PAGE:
In 2014, Pope Francis aptly described the Renewal as “a current of grace” within the Church, which brings “unity in diversity.” This multifaceted movement has united millions of Catholics worldwide, transcending cultural, linguistic, and socio-economic boundaries. It operates under the guidance of CHARIS (Catholic Charismatic Renewal International Service), founded in 2019 by Pope Francis, as a part of the Dicastery for Laity, Family, and Life.

Around the world, the charismatic spirituality resonates strongly within the Hispanic community. In the United States, the Renewal movement operates under the National Service Committee, which includes a Spanish-language branch known as CNSH (National Hispanic Service Committee), further divided into eight regions. The state of Tennessee belongs to RCCH (Hispanic Catholic Charismatic Renewal) Region 4.

RCCKNOX, which began as a grassroots initiative in 2019, has evolved to include a leadership team (steering committee) that represents various Hispanic Assembly of Prayer Groups, the beating heart of the Catholic Renewal. These groups gather weekly for charismatic worship, engaging in spirited praise through music and reflection upon the holy Scriptures. Notably, many of the participants remained steadfast in their activities even during the pandemic. Committed members actively contribute to their parish life, prayer meetings, and community outreach. They celebrate vigils, concerts, retreats, and conferences featuring speakers that attract participants from distant locations such as New Jersey and Florida.

Knoxville’s first Hispanic prayer group was founded in 2005 at Our Lady of Fatima by Juan Hernandez. With the influx of the Hispanic population in local parishes, several parishioners introduced their charismatic spirituality to the area. St. Patrick’s “Renovado en el Espíritu Santo” (Renewed in the Holy Spirit) group began in 2007, and St. Thomas’ group began in 2008. In 2010, the “Caminando hacia la nueva Jerusalén” (Walking Toward New Jerusalem) prayer group started meeting at Holy Ghost, and All Saints’ “Fuerza y fe” (Fortitude and Faith) and St. Mary’s “Jesus sana y salva” (Jesus Saves and Heals) were established in 2016 and 2017, respectively. At the diocesan level, RCCKNOX organized a well-attended Pentecost Conference at Knoxville Catholic High School in 2019.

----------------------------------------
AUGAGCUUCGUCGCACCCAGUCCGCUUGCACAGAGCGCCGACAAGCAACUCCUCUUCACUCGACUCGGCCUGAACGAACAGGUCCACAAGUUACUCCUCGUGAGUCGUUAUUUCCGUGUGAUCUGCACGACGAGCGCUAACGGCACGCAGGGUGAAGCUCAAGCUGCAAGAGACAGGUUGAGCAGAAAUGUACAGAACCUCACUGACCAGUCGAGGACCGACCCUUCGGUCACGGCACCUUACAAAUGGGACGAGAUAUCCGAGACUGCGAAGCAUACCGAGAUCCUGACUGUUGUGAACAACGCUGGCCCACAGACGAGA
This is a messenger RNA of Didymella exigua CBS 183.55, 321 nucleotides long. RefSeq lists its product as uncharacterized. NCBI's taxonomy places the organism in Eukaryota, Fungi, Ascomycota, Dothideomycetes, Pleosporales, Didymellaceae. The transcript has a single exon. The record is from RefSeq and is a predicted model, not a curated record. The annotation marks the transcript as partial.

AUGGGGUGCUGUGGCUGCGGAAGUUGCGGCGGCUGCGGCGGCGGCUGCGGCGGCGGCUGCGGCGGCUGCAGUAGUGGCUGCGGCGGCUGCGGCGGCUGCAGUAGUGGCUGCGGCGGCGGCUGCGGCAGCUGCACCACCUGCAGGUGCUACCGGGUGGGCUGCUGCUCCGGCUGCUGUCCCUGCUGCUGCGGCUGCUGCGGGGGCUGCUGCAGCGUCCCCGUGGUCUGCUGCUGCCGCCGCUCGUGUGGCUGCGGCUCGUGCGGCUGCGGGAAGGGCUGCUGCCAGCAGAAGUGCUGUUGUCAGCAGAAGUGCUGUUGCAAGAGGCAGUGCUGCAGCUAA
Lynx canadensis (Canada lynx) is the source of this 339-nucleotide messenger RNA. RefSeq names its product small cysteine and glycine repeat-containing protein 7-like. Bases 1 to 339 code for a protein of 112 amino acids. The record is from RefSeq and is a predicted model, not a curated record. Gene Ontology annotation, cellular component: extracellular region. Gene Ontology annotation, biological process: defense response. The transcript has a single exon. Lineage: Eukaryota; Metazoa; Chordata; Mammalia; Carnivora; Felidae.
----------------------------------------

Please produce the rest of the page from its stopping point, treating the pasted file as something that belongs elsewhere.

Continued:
Deacon Soriano and his wife, Cristina, played pivotal roles in establishing RCCKNOX. Through their leadership, a group of 50 members embarked on a journey to Arlington, Va., in 2018 to attend a Life in the Spirit Seminar. Guided by the Arlington Charismatic Renewal Committee, this group underwent two years of training and teaching, resulting in the formation of RCCKNOX’s steering committee. These prayer groups harmonize their practices, aligning them with the guidelines of HRCC Region 4 and CHARIS International.

The present members of the steering committee include Gerardo Aguilar, chair (St. Thomas); Cristina Soriano, vice chair (All Saints); German Juarez, treasurer (St. Thomas the Apostle); Coral Getino, secretary (All Saints); Angelina Pedro, at-large (Holy Ghost); and Griselda Ventura, at-large (St. Mary).

A notable highlight was the recent Region 4 retreat held in Florida, where a delegation of 43 members from RCCKNOX played significant roles in the retreat’s success. The group remains committed to the ongoing training of its leaders and members, nurturing existing and future prayer groups across the diocese. They pray that the new charismatics will soon bear the fruits of the Holy Spirit and conduct forthcoming Life in the Spirit seminars, as the faithful are encouraged by Pope Francis to “organize these seminars in parishes, schools, neighborhoods, to share baptism in the Spirit.”

For further updates, those interested can follow RCCKNOX on Facebook.

More information from the Vatican can be found here and here.